White lies notwithstanding, intimacy and straightforwardness were what Mintz got when he finally opened the package on his birthday. He was also surprised—doubly so, since the drummer-composer’s own view of his writing is quite modest. When Piket told him this year that she’d like to release the album, she recalls, “his reaction was ‘Why would anyone want to hear an entire recording of my tunes? They’re not that interesting.’” Domestic Harmony makes apparent just how interesting they really are, and how deeply Piket appreciates her husband.
Roberta Piket was born in New York City on August 9, 1965. Her father, Frederick, was an Austrian composer of classical and liturgical music; her mother, Cynthia, was an American pop singer. Though he passed away when she was only eight years old, her father gave Roberta her first music lessons at the piano. She also learned from her mother, who sang staples of the Great American Songbook around the house and kept the sheet music from which she had learned them.
Despite this early immersion, Roberta had no particular designs on becoming a musician. Then, when she was 14, she went to a bazaar at her synagogue and discovered a 25-cent copy of pianist Walter Bishop Jr.’s album Speak Low. “That was life-changing,” she remembers. “I had been messing around a little bit on the piano, and then I heard that record and I just flipped. That’s when I really got serious about music.” She even took several lessons with Bishop at his midtown apartment.
She was a quick study, in just a few years advancing enough to be accepted at Boston’s prestigious New England Conservatory. However, at her mother’s urging, she completed a joint five-year double-degree program at both NEC, where she studied piano with Fred Hersch and Stanley Cowell, and Tufts University, where she studied computer science. The latter degree provided Piket’s first employment as a software engineer in Boston. After a year, frustrated that the job left little time for music, she quit and returned to New York to make her way on the jazz scene.
Upon her arrival in late 1989, “I just started playing all kinds of gigs, from weddings to solo piano to $50 jazz hits.” She also started making connections. One of them was with Marian McPartland, who encountered Piket at the 1993 Thelonious Monk Composers Competition; impressed, McPartland booked Piket on her National Public Radio program Piano Jazz despite being an unknown. Another connection, Lionel Hampton, included her in his 1995 all-star session For the Love of Music—her recording debut. The following year, she made a recording of her own with Unbroken Line.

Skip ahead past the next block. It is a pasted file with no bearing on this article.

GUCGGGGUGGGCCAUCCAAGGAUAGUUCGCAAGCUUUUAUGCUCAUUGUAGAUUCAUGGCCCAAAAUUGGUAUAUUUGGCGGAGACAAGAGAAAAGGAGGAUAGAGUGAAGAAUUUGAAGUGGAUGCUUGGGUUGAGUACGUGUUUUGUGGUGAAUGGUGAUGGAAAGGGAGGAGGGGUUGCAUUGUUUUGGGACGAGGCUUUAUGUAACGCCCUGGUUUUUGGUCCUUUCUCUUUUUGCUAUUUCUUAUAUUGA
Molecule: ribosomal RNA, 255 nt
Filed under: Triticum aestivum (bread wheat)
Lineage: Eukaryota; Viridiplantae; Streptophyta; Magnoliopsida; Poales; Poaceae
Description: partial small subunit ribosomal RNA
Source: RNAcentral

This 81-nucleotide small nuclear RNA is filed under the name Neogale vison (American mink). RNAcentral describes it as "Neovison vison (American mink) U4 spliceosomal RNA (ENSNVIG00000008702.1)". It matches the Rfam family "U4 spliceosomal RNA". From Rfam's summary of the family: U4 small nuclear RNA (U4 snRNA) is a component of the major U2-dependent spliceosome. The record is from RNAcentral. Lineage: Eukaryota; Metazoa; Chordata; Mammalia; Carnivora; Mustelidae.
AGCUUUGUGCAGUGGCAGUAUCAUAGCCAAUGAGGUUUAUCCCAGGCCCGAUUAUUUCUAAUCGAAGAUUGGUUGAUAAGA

In the more than two decades since, Piket has tried her hand at various musical ventures, including various trios and other small ensembles; Alternating Current, her electric band; Nabokov Project, which fuses jazz with poetry and chamber classical music; and solo projects. She also performs regularly with Victor Jones’s bands, Orchestrio and Spigame; the Virginia Mayhew Quartet; and Mintz’s sextet and quintet. Her 2018 album, West Coast Trio, placed her in a core unit with L.A.-based bassist Darek Oleszkiewicz and drummer Joe La Barbera (with Mintz and guitarist Larry Koonse as special guests).
In a separate context from her public career, however, Domestic Harmony was wrapped up and presented to Mintz for his birthday. “He was just completely floored when he got it,” she says. “He put it on and at first it didn’t even register—it took him a minute to realize what I’d actually done, that I’d recorded a whole program of his music.” The surprise and joy of that moment was something she wanted the world to experience.
Roberta Piket: Domestic Harmony: Piket Plays Mintz
(Thirteenth Note Records)
Street Date: December 6, 2019
Web Site: www.robertajazz.com
“Mr. Mintz is an underrated composer, and these performances convey a warmth that goes beyond the collegiality of most jazz.”
–Martin Johnson, Wall Street Journal
“Domestic Harmony is a strikingly sensitive tribute from one brilliant artist to another.”
–Donald Elfman, NYC Jazz Record